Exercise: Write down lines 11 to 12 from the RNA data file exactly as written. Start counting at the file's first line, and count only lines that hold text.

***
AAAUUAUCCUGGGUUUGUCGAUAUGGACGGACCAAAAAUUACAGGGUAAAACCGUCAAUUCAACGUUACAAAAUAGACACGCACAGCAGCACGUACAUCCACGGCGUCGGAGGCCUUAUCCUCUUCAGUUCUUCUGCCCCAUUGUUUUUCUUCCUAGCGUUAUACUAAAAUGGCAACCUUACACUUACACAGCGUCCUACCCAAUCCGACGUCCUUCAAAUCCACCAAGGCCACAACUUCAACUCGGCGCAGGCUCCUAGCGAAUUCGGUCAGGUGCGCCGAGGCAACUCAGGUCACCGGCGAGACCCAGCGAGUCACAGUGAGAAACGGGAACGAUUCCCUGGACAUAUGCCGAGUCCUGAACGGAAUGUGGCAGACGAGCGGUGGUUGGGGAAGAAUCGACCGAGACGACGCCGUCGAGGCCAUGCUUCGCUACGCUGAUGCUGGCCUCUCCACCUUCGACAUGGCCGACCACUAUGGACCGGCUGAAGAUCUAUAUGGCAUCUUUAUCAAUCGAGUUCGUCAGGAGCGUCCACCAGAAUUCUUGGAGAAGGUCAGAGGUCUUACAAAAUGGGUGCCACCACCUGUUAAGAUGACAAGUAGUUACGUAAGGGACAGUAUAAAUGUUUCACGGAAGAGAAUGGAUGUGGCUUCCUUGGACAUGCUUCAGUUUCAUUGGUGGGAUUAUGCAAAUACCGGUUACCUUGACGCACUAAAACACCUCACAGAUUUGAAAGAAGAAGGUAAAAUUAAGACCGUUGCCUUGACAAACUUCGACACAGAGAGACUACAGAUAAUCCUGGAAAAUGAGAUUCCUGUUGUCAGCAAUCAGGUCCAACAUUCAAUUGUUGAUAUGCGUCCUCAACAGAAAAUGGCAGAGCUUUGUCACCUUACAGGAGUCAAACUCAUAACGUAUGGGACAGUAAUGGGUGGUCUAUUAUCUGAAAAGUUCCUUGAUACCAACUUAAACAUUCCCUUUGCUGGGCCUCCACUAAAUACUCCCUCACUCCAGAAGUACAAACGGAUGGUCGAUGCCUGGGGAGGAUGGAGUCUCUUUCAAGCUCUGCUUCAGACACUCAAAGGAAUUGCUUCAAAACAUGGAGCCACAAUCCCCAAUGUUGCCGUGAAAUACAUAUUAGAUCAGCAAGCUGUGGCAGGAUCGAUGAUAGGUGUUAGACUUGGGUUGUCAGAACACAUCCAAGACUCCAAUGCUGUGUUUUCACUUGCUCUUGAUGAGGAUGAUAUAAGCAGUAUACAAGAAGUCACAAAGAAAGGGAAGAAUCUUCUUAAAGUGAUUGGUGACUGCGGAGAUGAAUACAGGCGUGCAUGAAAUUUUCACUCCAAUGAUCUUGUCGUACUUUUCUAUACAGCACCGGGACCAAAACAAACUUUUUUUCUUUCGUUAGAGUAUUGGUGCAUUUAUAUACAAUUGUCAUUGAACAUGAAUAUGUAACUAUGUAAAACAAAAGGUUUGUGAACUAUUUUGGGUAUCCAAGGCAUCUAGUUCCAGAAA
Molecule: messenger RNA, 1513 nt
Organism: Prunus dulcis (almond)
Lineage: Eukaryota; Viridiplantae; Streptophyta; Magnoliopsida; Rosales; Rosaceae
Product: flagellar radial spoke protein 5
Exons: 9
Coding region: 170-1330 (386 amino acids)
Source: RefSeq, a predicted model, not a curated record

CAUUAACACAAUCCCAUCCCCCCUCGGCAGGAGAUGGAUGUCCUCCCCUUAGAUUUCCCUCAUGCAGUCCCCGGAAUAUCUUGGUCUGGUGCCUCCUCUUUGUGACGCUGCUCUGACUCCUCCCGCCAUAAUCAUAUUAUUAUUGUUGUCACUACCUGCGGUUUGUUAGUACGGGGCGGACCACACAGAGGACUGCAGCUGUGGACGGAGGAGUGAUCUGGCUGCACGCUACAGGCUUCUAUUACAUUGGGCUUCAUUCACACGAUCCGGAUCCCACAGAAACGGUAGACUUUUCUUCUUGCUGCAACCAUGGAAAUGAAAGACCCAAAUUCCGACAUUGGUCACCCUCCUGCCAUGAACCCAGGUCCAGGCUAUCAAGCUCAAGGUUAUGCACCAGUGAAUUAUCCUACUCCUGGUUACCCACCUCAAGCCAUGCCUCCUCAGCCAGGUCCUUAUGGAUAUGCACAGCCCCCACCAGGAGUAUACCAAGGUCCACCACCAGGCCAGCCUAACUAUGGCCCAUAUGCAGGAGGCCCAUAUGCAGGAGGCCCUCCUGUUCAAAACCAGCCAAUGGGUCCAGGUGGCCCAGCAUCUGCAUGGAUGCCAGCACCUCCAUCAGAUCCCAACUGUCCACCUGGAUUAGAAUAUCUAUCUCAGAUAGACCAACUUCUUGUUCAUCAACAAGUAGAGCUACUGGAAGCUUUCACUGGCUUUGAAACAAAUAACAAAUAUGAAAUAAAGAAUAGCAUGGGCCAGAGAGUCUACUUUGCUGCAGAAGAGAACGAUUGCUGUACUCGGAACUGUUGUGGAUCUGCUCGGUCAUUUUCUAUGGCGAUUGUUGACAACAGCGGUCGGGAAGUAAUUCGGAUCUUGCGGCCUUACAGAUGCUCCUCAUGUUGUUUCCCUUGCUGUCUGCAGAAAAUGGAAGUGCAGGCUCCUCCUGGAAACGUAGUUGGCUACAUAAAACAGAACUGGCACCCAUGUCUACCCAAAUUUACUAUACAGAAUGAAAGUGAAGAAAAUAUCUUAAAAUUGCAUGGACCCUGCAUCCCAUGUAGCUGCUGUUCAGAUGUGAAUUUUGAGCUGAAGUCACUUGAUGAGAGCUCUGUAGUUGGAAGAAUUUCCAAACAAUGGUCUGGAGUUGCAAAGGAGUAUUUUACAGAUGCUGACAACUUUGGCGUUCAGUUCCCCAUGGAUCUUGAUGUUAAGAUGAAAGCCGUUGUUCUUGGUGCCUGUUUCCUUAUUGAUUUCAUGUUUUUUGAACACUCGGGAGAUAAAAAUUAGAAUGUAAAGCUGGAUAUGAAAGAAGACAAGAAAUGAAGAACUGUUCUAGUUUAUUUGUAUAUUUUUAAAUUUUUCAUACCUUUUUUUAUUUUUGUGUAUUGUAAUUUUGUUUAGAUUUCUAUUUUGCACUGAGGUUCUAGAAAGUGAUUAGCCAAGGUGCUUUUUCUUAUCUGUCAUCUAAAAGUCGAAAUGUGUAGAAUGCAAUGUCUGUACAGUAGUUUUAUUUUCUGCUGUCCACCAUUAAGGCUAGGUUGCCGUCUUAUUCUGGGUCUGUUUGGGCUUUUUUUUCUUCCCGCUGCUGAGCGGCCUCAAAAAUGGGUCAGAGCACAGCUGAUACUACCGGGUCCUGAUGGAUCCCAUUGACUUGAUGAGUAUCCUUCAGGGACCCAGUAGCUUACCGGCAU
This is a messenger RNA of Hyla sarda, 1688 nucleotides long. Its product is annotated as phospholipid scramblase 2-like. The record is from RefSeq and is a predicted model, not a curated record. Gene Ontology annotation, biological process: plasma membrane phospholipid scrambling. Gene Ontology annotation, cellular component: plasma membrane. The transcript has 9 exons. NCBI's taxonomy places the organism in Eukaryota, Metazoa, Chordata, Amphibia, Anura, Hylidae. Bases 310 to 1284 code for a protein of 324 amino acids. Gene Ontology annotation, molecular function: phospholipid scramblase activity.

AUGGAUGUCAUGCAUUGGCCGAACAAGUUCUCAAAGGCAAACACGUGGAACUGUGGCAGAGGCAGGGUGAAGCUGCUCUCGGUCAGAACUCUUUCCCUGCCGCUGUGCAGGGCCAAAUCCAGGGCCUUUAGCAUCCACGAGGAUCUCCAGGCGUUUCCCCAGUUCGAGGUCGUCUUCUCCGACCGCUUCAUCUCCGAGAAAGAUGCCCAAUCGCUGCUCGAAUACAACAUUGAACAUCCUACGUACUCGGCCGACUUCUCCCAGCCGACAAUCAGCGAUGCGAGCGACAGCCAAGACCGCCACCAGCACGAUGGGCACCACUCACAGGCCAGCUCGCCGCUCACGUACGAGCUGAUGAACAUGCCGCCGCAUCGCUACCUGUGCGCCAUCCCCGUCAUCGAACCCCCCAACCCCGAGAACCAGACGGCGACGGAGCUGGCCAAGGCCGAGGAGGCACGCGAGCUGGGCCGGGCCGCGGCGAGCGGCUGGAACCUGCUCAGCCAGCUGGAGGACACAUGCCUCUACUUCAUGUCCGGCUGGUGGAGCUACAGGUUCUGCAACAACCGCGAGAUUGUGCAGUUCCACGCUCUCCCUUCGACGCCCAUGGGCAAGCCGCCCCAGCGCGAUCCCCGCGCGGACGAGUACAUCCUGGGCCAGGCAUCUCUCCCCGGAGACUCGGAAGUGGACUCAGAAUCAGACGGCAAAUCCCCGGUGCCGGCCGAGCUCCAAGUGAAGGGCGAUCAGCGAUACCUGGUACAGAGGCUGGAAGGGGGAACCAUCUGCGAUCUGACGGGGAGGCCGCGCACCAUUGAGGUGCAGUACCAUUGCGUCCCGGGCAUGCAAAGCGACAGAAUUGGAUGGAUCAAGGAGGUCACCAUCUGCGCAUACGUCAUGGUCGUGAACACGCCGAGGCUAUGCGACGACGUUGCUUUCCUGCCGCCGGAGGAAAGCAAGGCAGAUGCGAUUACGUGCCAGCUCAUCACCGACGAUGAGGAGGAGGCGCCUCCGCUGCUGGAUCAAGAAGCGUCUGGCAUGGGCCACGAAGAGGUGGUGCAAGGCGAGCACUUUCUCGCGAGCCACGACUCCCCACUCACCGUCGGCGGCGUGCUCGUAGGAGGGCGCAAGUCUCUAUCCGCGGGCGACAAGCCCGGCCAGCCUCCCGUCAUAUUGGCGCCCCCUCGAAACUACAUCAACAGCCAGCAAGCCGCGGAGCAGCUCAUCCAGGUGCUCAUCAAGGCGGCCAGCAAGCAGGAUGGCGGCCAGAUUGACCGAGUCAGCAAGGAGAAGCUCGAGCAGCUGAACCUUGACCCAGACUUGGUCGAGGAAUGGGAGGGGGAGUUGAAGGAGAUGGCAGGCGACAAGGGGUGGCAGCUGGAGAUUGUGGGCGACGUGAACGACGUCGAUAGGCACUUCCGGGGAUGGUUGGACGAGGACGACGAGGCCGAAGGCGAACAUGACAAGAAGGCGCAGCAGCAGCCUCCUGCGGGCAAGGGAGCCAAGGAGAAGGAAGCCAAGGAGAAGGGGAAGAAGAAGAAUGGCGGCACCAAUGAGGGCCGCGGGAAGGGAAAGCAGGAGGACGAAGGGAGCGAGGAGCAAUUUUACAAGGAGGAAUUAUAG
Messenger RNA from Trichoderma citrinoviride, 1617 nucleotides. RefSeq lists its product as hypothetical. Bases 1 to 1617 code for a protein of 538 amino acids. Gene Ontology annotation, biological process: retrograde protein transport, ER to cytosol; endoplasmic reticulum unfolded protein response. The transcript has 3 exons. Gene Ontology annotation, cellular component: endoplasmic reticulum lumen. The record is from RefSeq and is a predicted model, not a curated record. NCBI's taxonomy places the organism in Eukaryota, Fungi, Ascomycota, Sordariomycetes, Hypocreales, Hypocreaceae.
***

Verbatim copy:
AUGGAUGUCAUGCAUUGGCCGAACAAGUUCUCAAAGGCAAACACGUGGAACUGUGGCAGAGGCAGGGUGAAGCUGCUCUCGGUCAGAACUCUUUCCCUGCCGCUGUGCAGGGCCAAAUCCAGGGCCUUUAGCAUCCACGAGGAUCUCCAGGCGUUUCCCCAGUUCGAGGUCGUCUUCUCCGACCGCUUCAUCUCCGAGAAAGAUGCCCAAUCGCUGCUCGAAUACAACAUUGAACAUCCUACGUACUCGGCCGACUUCUCCCAGCCGACAAUCAGCGAUGCGAGCGACAGCCAAGACCGCCACCAGCACGAUGGGCACCACUCACAGGCCAGCUCGCCGCUCACGUACGAGCUGAUGAACAUGCCGCCGCAUCGCUACCUGUGCGCCAUCCCCGUCAUCGAACCCCCCAACCCCGAGAACCAGACGGCGACGGAGCUGGCCAAGGCCGAGGAGGCACGCGAGCUGGGCCGGGCCGCGGCGAGCGGCUGGAACCUGCUCAGCCAGCUGGAGGACACAUGCCUCUACUUCAUGUCCGGCUGGUGGAGCUACAGGUUCUGCAACAACCGCGAGAUUGUGCAGUUCCACGCUCUCCCUUCGACGCCCAUGGGCAAGCCGCCCCAGCGCGAUCCCCGCGCGGACGAGUACAUCCUGGGCCAGGCAUCUCUCCCCGGAGACUCGGAAGUGGACUCAGAAUCAGACGGCAAAUCCCCGGUGCCGGCCGAGCUCCAAGUGAAGGGCGAUCAGCGAUACCUGGUACAGAGGCUGGAAGGGGGAACCAUCUGCGAUCUGACGGGGAGGCCGCGCACCAUUGAGGUGCAGUACCAUUGCGUCCCGGGCAUGCAAAGCGACAGAAUUGGAUGGAUCAAGGAGGUCACCAUCUGCGCAUACGUCAUGGUCGUGAACACGCCGAGGCUAUGCGACGACGUUGCUUUCCUGCCGCCGGAGGAAAGCAAGGCAGAUGCGAUUACGUGCCAGCUCAUCACCGACGAUGAGGAGGAGGCGCCUCCGCUGCUGGAUCAAGAAGCGUCUGGCAUGGGCCACGAAGAGGUGGUGCAAGGCGAGCACUUUCUCGCGAGCCACGACUCCCCACUCACCGUCGGCGGCGUGCUCGUAGGAGGGCGCAAGUCUCUAUCCGCGGGCGACAAGCCCGGCCAGCCUCCCGUCAUAUUGGCGCCCCCUCGAAACUACAUCAACAGCCAGCAAGCCGCGGAGCAGCUCAUCCAGGUGCUCAUCAAGGCGGCCAGCAAGCAGGAUGGCGGCCAGAUUGACCGAGUCAGCAAGGAGAAGCUCGAGCAGCUGAACCUUGACCCAGACUUGGUCGAGGAAUGGGAGGGGGAGUUGAAGGAGAUGGCAGGCGACAAGGGGUGGCAGCUGGAGAUUGUGGGCGACGUGAACGACGUCGAUAGGCACUUCCGGGGAUGGUUGGACGAGGACGACGAGGCCGAAGGCGAACAUGACAAGAAGGCGCAGCAGCAGCCUCCUGCGGGCAAGGGAGCCAAGGAGAAGGAAGCCAAGGAGAAGGGGAAGAAGAAGAAUGGCGGCACCAAUGAGGGCCGCGGGAAGGGAAAGCAGGAGGACGAAGGGAGCGAGGAGCAAUUUUACAAGGAGGAAUUAUAG
Messenger RNA from Trichoderma citrinoviride, 1617 nucleotides. RefSeq lists its product as hypothetical. Bases 1 to 1617 code for a protein of 538 amino acids. Gene Ontology annotation, biological process: retrograde protein transport, ER to cytosol; endoplasmic reticulum unfolded protein response. The transcript has 3 exons. Gene Ontology annotation, cellular component: endoplasmic reticulum lumen. The record is from RefSeq and is a predicted model, not a curated record. NCBI's taxonomy places the organism in Eukaryota, Fungi, Ascomycota, Sordariomycetes, Hypocreales, Hypocreaceae.